Why was Germany’s AfD party suspended from Twitter?

The political party had tweeted criticism of the German government’s asylum policy and was forced to delete two posts

editor: REMIX NEWS
author: Thomas Brooke

The conservative Alternative for Germany (AfD) political party had access to its Twitter account revoked on Monday before being reinstated on Tuesday following an objection, according to information made available to the Junge Freiheit news outlet.

It is understood the political party was obligated to delete two posts published on Monday related to the German coalition government’s asylum policy, specifically regarding benefit payments handed to asylum seekers.

In the first post, the party wrote: “Our welfare state must not be a reason for asylum! Whether from Ukraine or Maghreb: benefits in kind instead of money!”

“Tough slip for the traffic lights at the start of the week: The Federal Council has stopped the citizens’ benefit,” the party wrote in the second deleted tweet. “So first of all, no all-round carefree package, from which immigrants would mostly benefit. Illegal migration must be contained and not gilded!” it added.

The AfD reportedly filed an objection to the deletion of the posts, according to Junge Freiheit. However, the party’s social media executives were unable to access the account until Tuesday afternoon when the party tweeted:

“Without notice, Twitter blocked our access to our profile last night. We are pleased that our objection was granted and that the ban was lifted.”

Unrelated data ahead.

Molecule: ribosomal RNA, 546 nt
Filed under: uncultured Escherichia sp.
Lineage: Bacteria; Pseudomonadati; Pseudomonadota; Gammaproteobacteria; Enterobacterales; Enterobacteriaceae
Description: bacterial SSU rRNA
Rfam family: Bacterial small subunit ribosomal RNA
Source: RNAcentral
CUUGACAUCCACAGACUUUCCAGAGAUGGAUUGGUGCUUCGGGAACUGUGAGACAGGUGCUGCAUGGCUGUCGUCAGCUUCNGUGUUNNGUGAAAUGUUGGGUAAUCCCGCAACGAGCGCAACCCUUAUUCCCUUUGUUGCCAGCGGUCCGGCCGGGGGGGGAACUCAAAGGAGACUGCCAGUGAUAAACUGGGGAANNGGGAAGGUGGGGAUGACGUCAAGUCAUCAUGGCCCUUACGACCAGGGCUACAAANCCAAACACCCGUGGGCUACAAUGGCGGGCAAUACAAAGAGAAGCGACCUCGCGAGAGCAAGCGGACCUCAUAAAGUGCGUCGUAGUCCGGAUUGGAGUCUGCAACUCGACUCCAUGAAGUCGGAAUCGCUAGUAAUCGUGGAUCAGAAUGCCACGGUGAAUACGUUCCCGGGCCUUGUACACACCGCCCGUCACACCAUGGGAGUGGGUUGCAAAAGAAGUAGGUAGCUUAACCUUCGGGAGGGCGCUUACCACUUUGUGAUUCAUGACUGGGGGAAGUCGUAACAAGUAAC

Speaking about the suspension, AfD’s national chairwoman, Alice Weidel, told Junge Freiheit: “Freedom of expression is a fundamental and human right. It is also an important building block of any democracy. It must not be the case that an opposition party is excluded from public discourse because of factual criticism of the government.”

AfD has over 183,000 followers on the platform, and its account is an important method of communication between the party and the German electorate.

It ranked as the fifth-largest political party in Germany in the 2021 federal elections, down from third in 2017, with a vote share of 10.3 percent.

The suspension comes at a time of supposedly great change at Twitter, following the platform’s acquisition by U.S. billionaire Elon Musk.

Musk has vowed that Twitter will be wrested back from the liberal mainstream to be a beacon of free speech, changing its trajectory vis-à-vis rival social media platforms such as Facebook that have become increasingly restrictive and politically partisan.

AfD, however, does not appear to enjoy the same right to freedom of expression awarded to others, and it isn’t just on Twitter where the political party has experienced difficulties.

In May this year, the video app TikTok blocked the official AfD channel, which had around 60,000 subscribers at the time, without offering any kind of explanation.

Remix News understands AfD’s predicament all too well, having been suspended on numerous occasions by TikTok ourselves for highlighting the social degradation occurring due to high levels of immigration in Sweden.

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